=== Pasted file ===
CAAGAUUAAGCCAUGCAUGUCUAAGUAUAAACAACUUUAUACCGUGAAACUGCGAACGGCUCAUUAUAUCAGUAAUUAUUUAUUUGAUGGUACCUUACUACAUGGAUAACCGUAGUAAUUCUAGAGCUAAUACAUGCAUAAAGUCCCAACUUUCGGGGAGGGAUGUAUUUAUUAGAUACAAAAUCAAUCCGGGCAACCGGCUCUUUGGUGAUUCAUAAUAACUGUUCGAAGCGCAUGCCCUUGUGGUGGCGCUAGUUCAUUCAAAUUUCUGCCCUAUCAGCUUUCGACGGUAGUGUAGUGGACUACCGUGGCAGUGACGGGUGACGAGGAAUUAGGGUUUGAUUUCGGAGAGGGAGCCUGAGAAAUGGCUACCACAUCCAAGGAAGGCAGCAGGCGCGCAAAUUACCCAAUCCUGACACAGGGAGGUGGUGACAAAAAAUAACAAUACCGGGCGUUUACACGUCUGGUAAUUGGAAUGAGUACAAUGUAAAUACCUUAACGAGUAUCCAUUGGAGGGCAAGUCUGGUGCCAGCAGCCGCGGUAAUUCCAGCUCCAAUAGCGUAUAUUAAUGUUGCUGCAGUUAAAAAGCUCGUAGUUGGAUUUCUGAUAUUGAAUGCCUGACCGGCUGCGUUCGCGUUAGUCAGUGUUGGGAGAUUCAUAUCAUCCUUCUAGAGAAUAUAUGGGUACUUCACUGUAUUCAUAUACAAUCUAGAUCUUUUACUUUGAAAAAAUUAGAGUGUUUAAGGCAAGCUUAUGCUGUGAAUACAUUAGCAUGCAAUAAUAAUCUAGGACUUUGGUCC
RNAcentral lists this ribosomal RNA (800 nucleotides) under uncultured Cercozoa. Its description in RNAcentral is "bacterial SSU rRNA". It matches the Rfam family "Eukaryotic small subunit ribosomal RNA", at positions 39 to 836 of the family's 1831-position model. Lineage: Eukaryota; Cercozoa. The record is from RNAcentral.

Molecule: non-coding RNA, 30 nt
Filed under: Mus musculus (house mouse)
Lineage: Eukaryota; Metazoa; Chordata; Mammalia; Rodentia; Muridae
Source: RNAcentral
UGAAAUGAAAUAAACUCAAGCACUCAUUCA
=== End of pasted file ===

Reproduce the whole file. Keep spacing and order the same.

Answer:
CAAGAUUAAGCCAUGCAUGUCUAAGUAUAAACAACUUUAUACCGUGAAACUGCGAACGGCUCAUUAUAUCAGUAAUUAUUUAUUUGAUGGUACCUUACUACAUGGAUAACCGUAGUAAUUCUAGAGCUAAUACAUGCAUAAAGUCCCAACUUUCGGGGAGGGAUGUAUUUAUUAGAUACAAAAUCAAUCCGGGCAACCGGCUCUUUGGUGAUUCAUAAUAACUGUUCGAAGCGCAUGCCCUUGUGGUGGCGCUAGUUCAUUCAAAUUUCUGCCCUAUCAGCUUUCGACGGUAGUGUAGUGGACUACCGUGGCAGUGACGGGUGACGAGGAAUUAGGGUUUGAUUUCGGAGAGGGAGCCUGAGAAAUGGCUACCACAUCCAAGGAAGGCAGCAGGCGCGCAAAUUACCCAAUCCUGACACAGGGAGGUGGUGACAAAAAAUAACAAUACCGGGCGUUUACACGUCUGGUAAUUGGAAUGAGUACAAUGUAAAUACCUUAACGAGUAUCCAUUGGAGGGCAAGUCUGGUGCCAGCAGCCGCGGUAAUUCCAGCUCCAAUAGCGUAUAUUAAUGUUGCUGCAGUUAAAAAGCUCGUAGUUGGAUUUCUGAUAUUGAAUGCCUGACCGGCUGCGUUCGCGUUAGUCAGUGUUGGGAGAUUCAUAUCAUCCUUCUAGAGAAUAUAUGGGUACUUCACUGUAUUCAUAUACAAUCUAGAUCUUUUACUUUGAAAAAAUUAGAGUGUUUAAGGCAAGCUUAUGCUGUGAAUACAUUAGCAUGCAAUAAUAAUCUAGGACUUUGGUCC
RNAcentral lists this ribosomal RNA (800 nucleotides) under uncultured Cercozoa. Its description in RNAcentral is "bacterial SSU rRNA". It matches the Rfam family "Eukaryotic small subunit ribosomal RNA", at positions 39 to 836 of the family's 1831-position model. Lineage: Eukaryota; Cercozoa. The record is from RNAcentral.

Molecule: non-coding RNA, 30 nt
Filed under: Mus musculus (house mouse)
Lineage: Eukaryota; Metazoa; Chordata; Mammalia; Rodentia; Muridae
Source: RNAcentral
UGAAAUGAAAUAAACUCAAGCACUCAUUCA